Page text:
It could be as conceptually simple as adding a rating system to crates.io, allowing the user to filter on ratings, and having one of the ratings being “Approved by the core team; we take responsibility for this.” But someone is going to have to decide. Who is it going to be? And who decides who will decide?
Backing up a bit: in scheduling theory and operations research there’s a class of problems called “explore/exploit dilemmas”. They show up everywhere where you have limited resources to invest and have to choose between generating options so you’ll have good ones later and harvesting the rewards from those you already have. They show up in the strategy games I like to play, especially in pick-up-and carry games where (say) you’re running a simulated railroad to try to make the money the fastest. Early in the game, you’re mainly interested in investing so you can build an efficient network. But later on you have to back off building track and pile up money using what you have, otherwise you’ll be overtaken by players who chose that transition point more shrewdly.
Rust has built a good machine for exploring. But you guys have competition out there: Go, Nim, Swift, D, and maybe other languages that aren’t on anyone’s radar yet. I think you’re going to need to make that turnover into exploit mode before you know it, and that this is tied into your challenges about curation and governance.
Here’s my advice, if you’ll take it: get conscious!. Grapple with what success looks like from a potential user’s point of view, the challenge of curation, and the problem of who decides. It’s either that, or remain a toy language with an inward-facing community forever.
I wanted to like Rust. I really did. I’ve been investigating it for months, from the outside, as a C replacement with stronger correctness guarantees that we could use for NTPsec.
I finally cleared my queue enough that I could spend a week learning Rust. I was evaluating it in contrast with Go, which I learned in order to evaluate as a C replacement a couple of weeks back.
My chosen learning project in Rust was to write a simple IRC server. As a service daemon with no real-time requirements written around a state machine of the kind I can code practically in my sleep, I thought this would make a good warmup for NTP.
In practice, I found Rust painful to the point of unusability. The learning curve was far worse than I expected; it took me those four days of struggling with inadequate documentation to write 67 lines of wrapper code for the server.
Even things that should be dirt-simple, like string concatenation, are unreasonably difficult. The language demands a huge amount of fussy, obscure ritual before you can get anything done.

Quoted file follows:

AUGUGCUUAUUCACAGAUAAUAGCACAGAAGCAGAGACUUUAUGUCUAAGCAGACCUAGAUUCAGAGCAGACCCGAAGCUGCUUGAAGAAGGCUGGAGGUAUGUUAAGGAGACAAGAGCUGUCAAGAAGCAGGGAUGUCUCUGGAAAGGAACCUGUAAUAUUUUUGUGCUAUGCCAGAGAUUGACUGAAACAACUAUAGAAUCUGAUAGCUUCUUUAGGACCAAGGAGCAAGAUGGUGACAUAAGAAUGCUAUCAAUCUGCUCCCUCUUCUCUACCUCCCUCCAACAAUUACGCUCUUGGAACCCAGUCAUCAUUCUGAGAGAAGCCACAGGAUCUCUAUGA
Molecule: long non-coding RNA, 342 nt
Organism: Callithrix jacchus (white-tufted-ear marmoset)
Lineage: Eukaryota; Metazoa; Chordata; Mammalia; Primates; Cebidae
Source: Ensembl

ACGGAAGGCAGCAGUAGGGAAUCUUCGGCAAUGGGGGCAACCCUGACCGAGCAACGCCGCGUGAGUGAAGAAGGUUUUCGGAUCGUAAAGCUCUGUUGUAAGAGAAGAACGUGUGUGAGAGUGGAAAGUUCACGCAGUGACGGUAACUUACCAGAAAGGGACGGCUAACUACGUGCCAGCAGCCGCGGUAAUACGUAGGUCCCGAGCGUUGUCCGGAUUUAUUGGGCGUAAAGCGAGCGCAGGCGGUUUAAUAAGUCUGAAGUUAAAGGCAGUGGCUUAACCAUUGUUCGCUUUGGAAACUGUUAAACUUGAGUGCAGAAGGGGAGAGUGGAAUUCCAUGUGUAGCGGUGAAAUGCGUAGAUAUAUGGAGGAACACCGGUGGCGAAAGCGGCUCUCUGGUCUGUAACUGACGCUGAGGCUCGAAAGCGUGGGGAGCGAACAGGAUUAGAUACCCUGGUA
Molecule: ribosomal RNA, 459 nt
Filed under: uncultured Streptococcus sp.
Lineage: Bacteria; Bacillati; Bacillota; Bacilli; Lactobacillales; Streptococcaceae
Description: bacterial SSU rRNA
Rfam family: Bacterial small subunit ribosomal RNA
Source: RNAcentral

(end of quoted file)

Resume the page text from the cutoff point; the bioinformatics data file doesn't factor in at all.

The contrast with Go is extreme. By four days in of exploring Go I had mastered most of the language, had a working program and tests, and was adding features to taste.
Then I found out that a feature absolutely critical for writing network servers is plain missing from Rust. Contemplate this bug report: Is there some API like “select/poll/epoll_wait”? and get a load of this answer:
We do not currently have an epoll/select abstraction. The current answer is “spawn a task per socket”.
Upon further investigation I found that there are no proposals to actually fix this problem in the core language. The comments acknowledge that there are a welter of half-solutions in third-party crates but describe no consensus about which to adopt.
Not only that, but it seems the CSP implementation in Rust – the most tractable concurrency primitive – has limits that make it unusable for NTPsec’s purposes (only selection over a static set of channels is possible) and there is some danger that it might be removed entirely!
I have discovered that Rust is not, or not yet, a language suitable for long-term infrastructure work. It suffers from a damning combination of high barriers to entry and technical deficiency.
What is worse is that Rust’s community seems to be unable to fix or even clearly grasp these problems.
I think one problem here is the absence of a strong BDFL providing tasteful design direction and setting priorities. The Rust community appears to have elected to use the decentralized nature of their crate system (which undeniably has some very nice technical properties) to execute a swarm attack on the design space around the language. Which is wonderful in theory but seems to be failing in practice.
UPDATE: This post attracted two kinds of pro-Rust response. One was stupid flamage from zealots. The other was thoughtful commentary from a few people close to the core of the Rust community. The latter group has convinced me that there is considerable awareness of the problems I ran into; a couple even agreed, after analysis, that Rust is at present a poor fit for NTPsec’s requirements. This gives me hope that the Rust of five years from now may become the mature and effective replacement for C that it is not yet.